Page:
Published: 18th May 2022
Have a few DU colleges have switched back to online classes again? Here's what's happening
The Registrar of DU refutes all allegations and states DU hasn't issued any official notice as only a few colleges are following online mode of classes
The joy of physically coming back to college in February 2022 took a backseat for some college students under Delhi University as they have temporarily switched to online classes. As all colleges are accommodating second and third-year students for their exams, the above decision was taken to conduct the exams in a smooth manner.
While some students are facing various challenges with the back and forth between offline and online classes, others are neutral and are considering online classes as a chance to bump up their attendance, which has been low since a few of them didn't attend classes on campus.
What students say
When Edexlive approached a few students and asked whether they are satisfied or not with the current decision, Kritika Gupta, a student of Guru Tegh Bahadur Institute of Technology, expressed, "I'm not happy with the decision but then I feel they didn't have any other choice than to switch to online as they had a shortage of classrooms."
"I'm neutral because it's good in a way that we get to have more time through online mode. But I wouldn't deny that offline has its own advantages, as we get to learn many things that we don't usually come across during online classes," Hasanpreet Kaur, a student of Hansraj College, shared.
Nancy Goyal, a student of Shri Ram College of Commerce College, mentioned, "There is a mixed feeling. Due to the heatwave, I wasn't able to cope with day-to-day college. But on the other hand, I'm not able to concentrate during online classes either."
Given that online classes can be attended from anywhere, paying the rent for PG and attending online classes seems futile to them because they might as well head back home, still manage to attend online classes and save on rent.
In this context, Krithika stated, "Students have adapted to the habit of sitting in the classroom, focusing, concentrating and writing notes but since we switched to the online mode, students might start taking the classes casually."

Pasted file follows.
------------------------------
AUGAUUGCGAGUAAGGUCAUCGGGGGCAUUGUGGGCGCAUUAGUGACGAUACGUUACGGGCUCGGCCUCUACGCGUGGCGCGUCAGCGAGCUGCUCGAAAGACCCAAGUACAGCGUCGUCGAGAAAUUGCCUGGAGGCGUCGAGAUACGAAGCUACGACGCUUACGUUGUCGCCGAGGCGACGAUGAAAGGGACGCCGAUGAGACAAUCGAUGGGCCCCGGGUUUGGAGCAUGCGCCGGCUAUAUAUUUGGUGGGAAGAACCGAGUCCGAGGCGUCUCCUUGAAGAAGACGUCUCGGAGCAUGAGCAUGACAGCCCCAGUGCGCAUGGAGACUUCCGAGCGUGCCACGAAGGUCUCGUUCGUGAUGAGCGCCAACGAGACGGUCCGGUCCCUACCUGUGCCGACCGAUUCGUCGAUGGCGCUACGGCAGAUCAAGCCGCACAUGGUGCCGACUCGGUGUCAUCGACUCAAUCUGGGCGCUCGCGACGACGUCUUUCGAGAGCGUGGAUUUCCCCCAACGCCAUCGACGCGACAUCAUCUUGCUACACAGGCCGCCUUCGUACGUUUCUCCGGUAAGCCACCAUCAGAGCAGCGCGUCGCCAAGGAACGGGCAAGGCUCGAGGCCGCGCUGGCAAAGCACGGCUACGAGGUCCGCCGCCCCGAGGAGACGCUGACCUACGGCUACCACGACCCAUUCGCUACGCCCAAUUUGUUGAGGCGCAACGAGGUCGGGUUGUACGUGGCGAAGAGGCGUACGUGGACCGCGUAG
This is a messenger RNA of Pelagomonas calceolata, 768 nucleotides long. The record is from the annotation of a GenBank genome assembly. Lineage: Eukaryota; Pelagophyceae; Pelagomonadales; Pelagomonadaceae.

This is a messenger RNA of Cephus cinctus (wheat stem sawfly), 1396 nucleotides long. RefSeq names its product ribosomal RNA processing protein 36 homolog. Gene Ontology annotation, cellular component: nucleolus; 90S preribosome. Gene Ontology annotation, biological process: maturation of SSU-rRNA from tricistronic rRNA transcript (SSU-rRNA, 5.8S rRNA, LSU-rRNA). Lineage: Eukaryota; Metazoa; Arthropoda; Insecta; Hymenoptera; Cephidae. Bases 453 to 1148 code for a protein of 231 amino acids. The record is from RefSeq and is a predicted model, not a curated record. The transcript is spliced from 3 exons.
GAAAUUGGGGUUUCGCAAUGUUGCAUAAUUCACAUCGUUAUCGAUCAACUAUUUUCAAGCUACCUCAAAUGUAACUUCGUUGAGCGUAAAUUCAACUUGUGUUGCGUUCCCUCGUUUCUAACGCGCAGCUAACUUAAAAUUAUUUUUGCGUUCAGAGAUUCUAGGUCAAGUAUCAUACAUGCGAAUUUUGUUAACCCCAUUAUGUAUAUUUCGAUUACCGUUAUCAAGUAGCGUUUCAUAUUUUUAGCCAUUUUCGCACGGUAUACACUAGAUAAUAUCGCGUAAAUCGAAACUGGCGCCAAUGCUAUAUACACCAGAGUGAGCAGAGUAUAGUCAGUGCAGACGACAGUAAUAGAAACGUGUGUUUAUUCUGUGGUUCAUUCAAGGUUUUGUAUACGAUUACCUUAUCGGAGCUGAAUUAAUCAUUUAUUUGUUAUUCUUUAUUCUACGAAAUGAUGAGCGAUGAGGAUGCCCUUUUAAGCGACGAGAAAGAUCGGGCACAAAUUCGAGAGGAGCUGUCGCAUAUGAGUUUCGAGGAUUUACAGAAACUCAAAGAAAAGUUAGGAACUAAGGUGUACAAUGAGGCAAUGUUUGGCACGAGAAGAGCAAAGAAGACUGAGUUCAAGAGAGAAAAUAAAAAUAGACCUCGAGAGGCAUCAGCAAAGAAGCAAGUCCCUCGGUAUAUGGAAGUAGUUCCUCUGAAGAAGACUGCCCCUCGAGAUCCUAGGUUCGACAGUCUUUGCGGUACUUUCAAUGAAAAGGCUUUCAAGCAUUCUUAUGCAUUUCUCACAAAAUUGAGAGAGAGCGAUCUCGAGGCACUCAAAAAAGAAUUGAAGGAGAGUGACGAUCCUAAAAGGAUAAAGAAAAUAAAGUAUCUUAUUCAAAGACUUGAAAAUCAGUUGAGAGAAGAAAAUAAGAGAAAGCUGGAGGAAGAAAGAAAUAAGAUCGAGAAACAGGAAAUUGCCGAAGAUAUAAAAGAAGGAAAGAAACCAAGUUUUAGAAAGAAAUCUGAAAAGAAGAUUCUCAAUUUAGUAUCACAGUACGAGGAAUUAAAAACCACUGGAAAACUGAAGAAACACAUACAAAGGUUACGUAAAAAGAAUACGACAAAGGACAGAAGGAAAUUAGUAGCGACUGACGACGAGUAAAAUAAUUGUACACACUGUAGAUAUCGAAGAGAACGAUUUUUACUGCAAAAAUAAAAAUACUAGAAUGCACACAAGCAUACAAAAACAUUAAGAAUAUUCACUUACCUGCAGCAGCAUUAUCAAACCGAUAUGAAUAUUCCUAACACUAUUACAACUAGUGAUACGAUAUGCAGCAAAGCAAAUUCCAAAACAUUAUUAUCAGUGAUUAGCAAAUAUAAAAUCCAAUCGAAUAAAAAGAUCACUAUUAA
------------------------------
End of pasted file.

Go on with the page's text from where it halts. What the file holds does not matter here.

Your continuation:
Krithika also added that additional admissions taking place over the past two to three years are one of the reasons behind the switch to online classes. Adding further, she said that due to the discrepancy in the academic calendar, the colleges were compelled to conduct second and third-year examinations together.
Clearing the air
While few online reports and few students opined that the shift to online classes is only because of fewer classrooms, Registrar of Delhi University, Dr Vikas Gupta, cleared these claims stating that DU has not issued any official notice regarding the shift in the mode of classes. It is the decision of a few colleges that are facing difficulty in accommodating candidates appearing for second and third-year exams in view of the COVID-19 protocol which has to be followed, the Registrar added.
Dr Vikas stressed that, "There is no scarcity of classes." This is temporary and it is being followed to maintain the sanctity of exams by following COVID-19 protocol, he added. The Registrar further shared that the attendance for the ongoing second and third-year exams is 99 per cent, on average. For all others missing out on exams because they or their close ones have tested positive, Dr Vikas said another chance will be given, "We will not put our students in a position of disadvantage."
Principal of Hansraj College, Dr Rama Sharma, confirmed that indeed the decision was taken only because the second and third-year examinations were being held together and, also, the fact that on June 6, offline classes will begin for first-year students." Dr Sharma also assured that there is no lack of infrastructure and they simply wanted to conduct examinations in a peaceful environment.